“My father lived to the grand old age of 101,” Yourke commented, “and greatly enjoyed the belated recognition he received in later life. I wish he were around to enjoy these additional events, as well.” She mentioned the upcoming concert by the American Composers Orchestra that will repeat the program of Slonimsky’s ground-breaking Berlin concert in 1932, including works by Ives, Ruggles, Cowell, Roldan, and Weiss.
The Nicolas Slonimsky Collection consists of 354 containers holding nearly 118,600 items. The Collection is divided into three sections 1) materials about Nicolas Slonimsky 2) materials related to his work as a composer, conductor and lexicographer, including lexicographic source materials, manuscript drafts and correspondence, and 3) printed materials (books, journals, periodicals, pamphlets), many of which are in Russian/Cyrillic.
The first category of materials pertains to Slonimsky’s life and the lives of members of his family; to his work as a composer and performer; and to his writings. Included among the writings are drafts, typescripts, reprints, etc., and newspaper, periodical, journal, and magazine articles, record liner notes, radio broadcasts, and talks, both published and unpublished. In addition, there are index cards of errata and corrigenda, typescripts, amendments, corrections of earlier editions, publishers’ proofs and other documentary material for several editions of Slonimsky’s larger-scale works such as Baker’s Biographical Dictionary, Lectionary of Music, Music Since 1900, and Perfect Pitch. Worthy of special mention is a short unpublished biography of composer Roy Harris including some Harris holograph materials.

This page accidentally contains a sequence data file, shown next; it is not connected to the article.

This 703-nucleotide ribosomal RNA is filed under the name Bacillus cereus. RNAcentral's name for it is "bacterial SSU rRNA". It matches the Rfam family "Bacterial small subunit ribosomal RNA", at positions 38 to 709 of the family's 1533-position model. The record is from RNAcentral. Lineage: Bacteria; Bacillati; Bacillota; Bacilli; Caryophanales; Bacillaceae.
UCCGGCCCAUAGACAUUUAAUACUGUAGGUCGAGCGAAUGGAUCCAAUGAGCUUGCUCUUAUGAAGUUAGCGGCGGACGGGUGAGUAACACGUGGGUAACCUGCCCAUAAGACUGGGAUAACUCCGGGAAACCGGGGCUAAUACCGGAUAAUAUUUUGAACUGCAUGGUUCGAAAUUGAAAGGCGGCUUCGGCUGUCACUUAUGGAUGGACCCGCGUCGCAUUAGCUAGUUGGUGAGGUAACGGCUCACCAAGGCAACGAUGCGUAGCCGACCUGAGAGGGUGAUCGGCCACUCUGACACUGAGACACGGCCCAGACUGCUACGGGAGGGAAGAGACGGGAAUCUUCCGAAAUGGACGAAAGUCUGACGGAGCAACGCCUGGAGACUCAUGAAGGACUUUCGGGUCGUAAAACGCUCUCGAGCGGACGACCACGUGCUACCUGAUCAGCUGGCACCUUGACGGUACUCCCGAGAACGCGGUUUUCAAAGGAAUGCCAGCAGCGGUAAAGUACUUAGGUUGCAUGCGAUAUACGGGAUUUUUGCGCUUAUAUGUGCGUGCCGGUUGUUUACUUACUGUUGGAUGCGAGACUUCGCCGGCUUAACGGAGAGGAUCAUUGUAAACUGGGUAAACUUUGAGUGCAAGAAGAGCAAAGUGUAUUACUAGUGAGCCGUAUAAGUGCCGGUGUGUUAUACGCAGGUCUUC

The music by Slonimsky is divided into two sections: manuscripts and printed music. The manuscripts are mostly for solo piano or piano and voice, and many of these date from Slonimsky’s younger days. The earliest dated manuscripts are from 1913, including a musical examination exercise from the St. Petersburg Conservatory. Other manuscripts of particular interest include a volume of 15 Russian Peasant Songs that he translated in 1935, several chamber works, including the Piccolo Divertimento, the Quaquaversal Suite, and some of Slonimsky’s signature ditties such as the component works of the 51 Minitudes and the Möbius Strip Tease, a song printed on a mobius strip to be placed over the singer’s shoulders and rotated as the singer performs it.